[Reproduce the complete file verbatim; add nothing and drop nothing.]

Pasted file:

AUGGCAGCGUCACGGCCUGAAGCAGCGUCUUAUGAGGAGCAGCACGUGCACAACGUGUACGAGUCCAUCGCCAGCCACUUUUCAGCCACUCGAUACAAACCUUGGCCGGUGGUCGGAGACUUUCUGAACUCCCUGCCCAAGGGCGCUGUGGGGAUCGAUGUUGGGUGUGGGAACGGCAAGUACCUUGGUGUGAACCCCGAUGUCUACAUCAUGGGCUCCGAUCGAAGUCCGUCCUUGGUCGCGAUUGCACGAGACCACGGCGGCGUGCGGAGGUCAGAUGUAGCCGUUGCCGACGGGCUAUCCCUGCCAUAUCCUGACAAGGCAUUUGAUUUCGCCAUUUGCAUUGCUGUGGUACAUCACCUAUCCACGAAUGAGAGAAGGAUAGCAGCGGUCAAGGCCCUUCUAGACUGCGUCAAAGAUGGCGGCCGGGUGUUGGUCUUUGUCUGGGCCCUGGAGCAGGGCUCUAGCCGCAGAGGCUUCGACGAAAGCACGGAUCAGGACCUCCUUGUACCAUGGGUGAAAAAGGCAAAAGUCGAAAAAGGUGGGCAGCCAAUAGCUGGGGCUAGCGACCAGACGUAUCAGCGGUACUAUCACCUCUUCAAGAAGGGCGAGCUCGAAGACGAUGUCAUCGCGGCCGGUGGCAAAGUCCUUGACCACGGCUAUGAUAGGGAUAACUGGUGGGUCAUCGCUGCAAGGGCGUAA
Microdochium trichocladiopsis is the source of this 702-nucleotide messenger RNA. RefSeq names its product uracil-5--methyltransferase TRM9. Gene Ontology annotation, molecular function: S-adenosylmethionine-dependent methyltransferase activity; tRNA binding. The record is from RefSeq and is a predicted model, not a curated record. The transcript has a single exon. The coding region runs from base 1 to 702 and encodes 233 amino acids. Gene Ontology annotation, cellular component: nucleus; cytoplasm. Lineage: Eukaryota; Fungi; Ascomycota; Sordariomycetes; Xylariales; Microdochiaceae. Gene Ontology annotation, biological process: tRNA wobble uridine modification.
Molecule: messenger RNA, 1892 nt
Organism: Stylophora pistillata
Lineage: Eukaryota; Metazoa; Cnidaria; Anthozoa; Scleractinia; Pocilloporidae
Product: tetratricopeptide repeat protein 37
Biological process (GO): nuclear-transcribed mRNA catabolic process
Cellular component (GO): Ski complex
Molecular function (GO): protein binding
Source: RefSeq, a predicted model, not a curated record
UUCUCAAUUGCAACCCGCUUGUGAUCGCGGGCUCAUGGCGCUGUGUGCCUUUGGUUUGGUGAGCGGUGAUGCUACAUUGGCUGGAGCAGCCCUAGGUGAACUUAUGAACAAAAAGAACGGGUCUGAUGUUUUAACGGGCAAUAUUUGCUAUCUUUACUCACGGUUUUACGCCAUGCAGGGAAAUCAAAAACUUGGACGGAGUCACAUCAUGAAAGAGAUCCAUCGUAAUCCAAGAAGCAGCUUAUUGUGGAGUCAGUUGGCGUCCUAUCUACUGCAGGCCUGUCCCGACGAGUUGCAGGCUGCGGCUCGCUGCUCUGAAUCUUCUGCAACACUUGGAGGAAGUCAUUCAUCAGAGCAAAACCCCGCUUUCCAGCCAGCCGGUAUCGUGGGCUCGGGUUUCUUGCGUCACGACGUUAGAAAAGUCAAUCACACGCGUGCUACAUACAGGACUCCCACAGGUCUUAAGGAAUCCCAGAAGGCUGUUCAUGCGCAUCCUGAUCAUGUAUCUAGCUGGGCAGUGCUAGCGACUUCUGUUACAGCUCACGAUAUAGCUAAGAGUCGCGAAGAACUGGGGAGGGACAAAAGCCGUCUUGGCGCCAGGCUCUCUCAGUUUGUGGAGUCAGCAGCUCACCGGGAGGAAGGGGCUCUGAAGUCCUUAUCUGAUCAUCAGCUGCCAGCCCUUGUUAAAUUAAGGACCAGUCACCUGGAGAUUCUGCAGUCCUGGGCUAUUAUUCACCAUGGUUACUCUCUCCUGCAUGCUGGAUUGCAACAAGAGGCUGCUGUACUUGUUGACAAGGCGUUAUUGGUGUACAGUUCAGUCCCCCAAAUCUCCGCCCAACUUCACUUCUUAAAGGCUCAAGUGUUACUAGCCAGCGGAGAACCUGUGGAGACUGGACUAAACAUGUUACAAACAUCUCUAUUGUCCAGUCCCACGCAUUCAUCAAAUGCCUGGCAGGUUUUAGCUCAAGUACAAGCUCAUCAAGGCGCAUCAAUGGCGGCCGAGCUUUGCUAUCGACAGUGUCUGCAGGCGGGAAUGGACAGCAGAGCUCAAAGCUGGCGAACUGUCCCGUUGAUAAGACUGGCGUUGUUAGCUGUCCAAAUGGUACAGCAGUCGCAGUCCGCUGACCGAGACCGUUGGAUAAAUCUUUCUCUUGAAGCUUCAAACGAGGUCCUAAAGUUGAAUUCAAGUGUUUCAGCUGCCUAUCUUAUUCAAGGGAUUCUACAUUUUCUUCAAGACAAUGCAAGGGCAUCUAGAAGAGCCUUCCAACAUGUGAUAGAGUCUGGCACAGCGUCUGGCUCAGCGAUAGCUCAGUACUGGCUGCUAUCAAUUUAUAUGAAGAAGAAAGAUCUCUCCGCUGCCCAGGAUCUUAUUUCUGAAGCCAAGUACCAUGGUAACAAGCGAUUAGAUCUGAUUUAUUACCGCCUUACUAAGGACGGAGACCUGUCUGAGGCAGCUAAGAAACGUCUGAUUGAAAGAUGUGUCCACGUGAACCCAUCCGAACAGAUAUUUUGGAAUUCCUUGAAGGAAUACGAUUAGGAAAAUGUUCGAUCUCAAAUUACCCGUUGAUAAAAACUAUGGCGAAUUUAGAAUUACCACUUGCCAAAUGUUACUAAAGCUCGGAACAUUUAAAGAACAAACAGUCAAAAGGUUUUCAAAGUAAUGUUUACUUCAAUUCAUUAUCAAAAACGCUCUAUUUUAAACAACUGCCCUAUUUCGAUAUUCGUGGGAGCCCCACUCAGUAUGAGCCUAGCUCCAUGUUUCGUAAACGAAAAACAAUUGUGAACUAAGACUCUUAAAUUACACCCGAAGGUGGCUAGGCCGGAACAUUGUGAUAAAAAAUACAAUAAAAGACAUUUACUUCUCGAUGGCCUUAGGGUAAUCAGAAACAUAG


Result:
AUGGCAGCGUCACGGCCUGAAGCAGCGUCUUAUGAGGAGCAGCACGUGCACAACGUGUACGAGUCCAUCGCCAGCCACUUUUCAGCCACUCGAUACAAACCUUGGCCGGUGGUCGGAGACUUUCUGAACUCCCUGCCCAAGGGCGCUGUGGGGAUCGAUGUUGGGUGUGGGAACGGCAAGUACCUUGGUGUGAACCCCGAUGUCUACAUCAUGGGCUCCGAUCGAAGUCCGUCCUUGGUCGCGAUUGCACGAGACCACGGCGGCGUGCGGAGGUCAGAUGUAGCCGUUGCCGACGGGCUAUCCCUGCCAUAUCCUGACAAGGCAUUUGAUUUCGCCAUUUGCAUUGCUGUGGUACAUCACCUAUCCACGAAUGAGAGAAGGAUAGCAGCGGUCAAGGCCCUUCUAGACUGCGUCAAAGAUGGCGGCCGGGUGUUGGUCUUUGUCUGGGCCCUGGAGCAGGGCUCUAGCCGCAGAGGCUUCGACGAAAGCACGGAUCAGGACCUCCUUGUACCAUGGGUGAAAAAGGCAAAAGUCGAAAAAGGUGGGCAGCCAAUAGCUGGGGCUAGCGACCAGACGUAUCAGCGGUACUAUCACCUCUUCAAGAAGGGCGAGCUCGAAGACGAUGUCAUCGCGGCCGGUGGCAAAGUCCUUGACCACGGCUAUGAUAGGGAUAACUGGUGGGUCAUCGCUGCAAGGGCGUAA
Microdochium trichocladiopsis is the source of this 702-nucleotide messenger RNA. RefSeq names its product uracil-5--methyltransferase TRM9. Gene Ontology annotation, molecular function: S-adenosylmethionine-dependent methyltransferase activity; tRNA binding. The record is from RefSeq and is a predicted model, not a curated record. The transcript has a single exon. The coding region runs from base 1 to 702 and encodes 233 amino acids. Gene Ontology annotation, cellular component: nucleus; cytoplasm. Lineage: Eukaryota; Fungi; Ascomycota; Sordariomycetes; Xylariales; Microdochiaceae. Gene Ontology annotation, biological process: tRNA wobble uridine modification.
Molecule: messenger RNA, 1892 nt
Organism: Stylophora pistillata
Lineage: Eukaryota; Metazoa; Cnidaria; Anthozoa; Scleractinia; Pocilloporidae
Product: tetratricopeptide repeat protein 37
Biological process (GO): nuclear-transcribed mRNA catabolic process
Cellular component (GO): Ski complex
Molecular function (GO): protein binding
Source: RefSeq, a predicted model, not a curated record
UUCUCAAUUGCAACCCGCUUGUGAUCGCGGGCUCAUGGCGCUGUGUGCCUUUGGUUUGGUGAGCGGUGAUGCUACAUUGGCUGGAGCAGCCCUAGGUGAACUUAUGAACAAAAAGAACGGGUCUGAUGUUUUAACGGGCAAUAUUUGCUAUCUUUACUCACGGUUUUACGCCAUGCAGGGAAAUCAAAAACUUGGACGGAGUCACAUCAUGAAAGAGAUCCAUCGUAAUCCAAGAAGCAGCUUAUUGUGGAGUCAGUUGGCGUCCUAUCUACUGCAGGCCUGUCCCGACGAGUUGCAGGCUGCGGCUCGCUGCUCUGAAUCUUCUGCAACACUUGGAGGAAGUCAUUCAUCAGAGCAAAACCCCGCUUUCCAGCCAGCCGGUAUCGUGGGCUCGGGUUUCUUGCGUCACGACGUUAGAAAAGUCAAUCACACGCGUGCUACAUACAGGACUCCCACAGGUCUUAAGGAAUCCCAGAAGGCUGUUCAUGCGCAUCCUGAUCAUGUAUCUAGCUGGGCAGUGCUAGCGACUUCUGUUACAGCUCACGAUAUAGCUAAGAGUCGCGAAGAACUGGGGAGGGACAAAAGCCGUCUUGGCGCCAGGCUCUCUCAGUUUGUGGAGUCAGCAGCUCACCGGGAGGAAGGGGCUCUGAAGUCCUUAUCUGAUCAUCAGCUGCCAGCCCUUGUUAAAUUAAGGACCAGUCACCUGGAGAUUCUGCAGUCCUGGGCUAUUAUUCACCAUGGUUACUCUCUCCUGCAUGCUGGAUUGCAACAAGAGGCUGCUGUACUUGUUGACAAGGCGUUAUUGGUGUACAGUUCAGUCCCCCAAAUCUCCGCCCAACUUCACUUCUUAAAGGCUCAAGUGUUACUAGCCAGCGGAGAACCUGUGGAGACUGGACUAAACAUGUUACAAACAUCUCUAUUGUCCAGUCCCACGCAUUCAUCAAAUGCCUGGCAGGUUUUAGCUCAAGUACAAGCUCAUCAAGGCGCAUCAAUGGCGGCCGAGCUUUGCUAUCGACAGUGUCUGCAGGCGGGAAUGGACAGCAGAGCUCAAAGCUGGCGAACUGUCCCGUUGAUAAGACUGGCGUUGUUAGCUGUCCAAAUGGUACAGCAGUCGCAGUCCGCUGACCGAGACCGUUGGAUAAAUCUUUCUCUUGAAGCUUCAAACGAGGUCCUAAAGUUGAAUUCAAGUGUUUCAGCUGCCUAUCUUAUUCAAGGGAUUCUACAUUUUCUUCAAGACAAUGCAAGGGCAUCUAGAAGAGCCUUCCAACAUGUGAUAGAGUCUGGCACAGCGUCUGGCUCAGCGAUAGCUCAGUACUGGCUGCUAUCAAUUUAUAUGAAGAAGAAAGAUCUCUCCGCUGCCCAGGAUCUUAUUUCUGAAGCCAAGUACCAUGGUAACAAGCGAUUAGAUCUGAUUUAUUACCGCCUUACUAAGGACGGAGACCUGUCUGAGGCAGCUAAGAAACGUCUGAUUGAAAGAUGUGUCCACGUGAACCCAUCCGAACAGAUAUUUUGGAAUUCCUUGAAGGAAUACGAUUAGGAAAAUGUUCGAUCUCAAAUUACCCGUUGAUAAAAACUAUGGCGAAUUUAGAAUUACCACUUGCCAAAUGUUACUAAAGCUCGGAACAUUUAAAGAACAAACAGUCAAAAGGUUUUCAAAGUAAUGUUUACUUCAAUUCAUUAUCAAAAACGCUCUAUUUUAAACAACUGCCCUAUUUCGAUAUUCGUGGGAGCCCCACUCAGUAUGAGCCUAGCUCCAUGUUUCGUAAACGAAAAACAAUUGUGAACUAAGACUCUUAAAUUACACCCGAAGGUGGCUAGGCCGGAACAUUGUGAUAAAAAAUACAAUAAAAGACAUUUACUUCUCGAUGGCCUUAGGGUAAUCAGAAACAUAG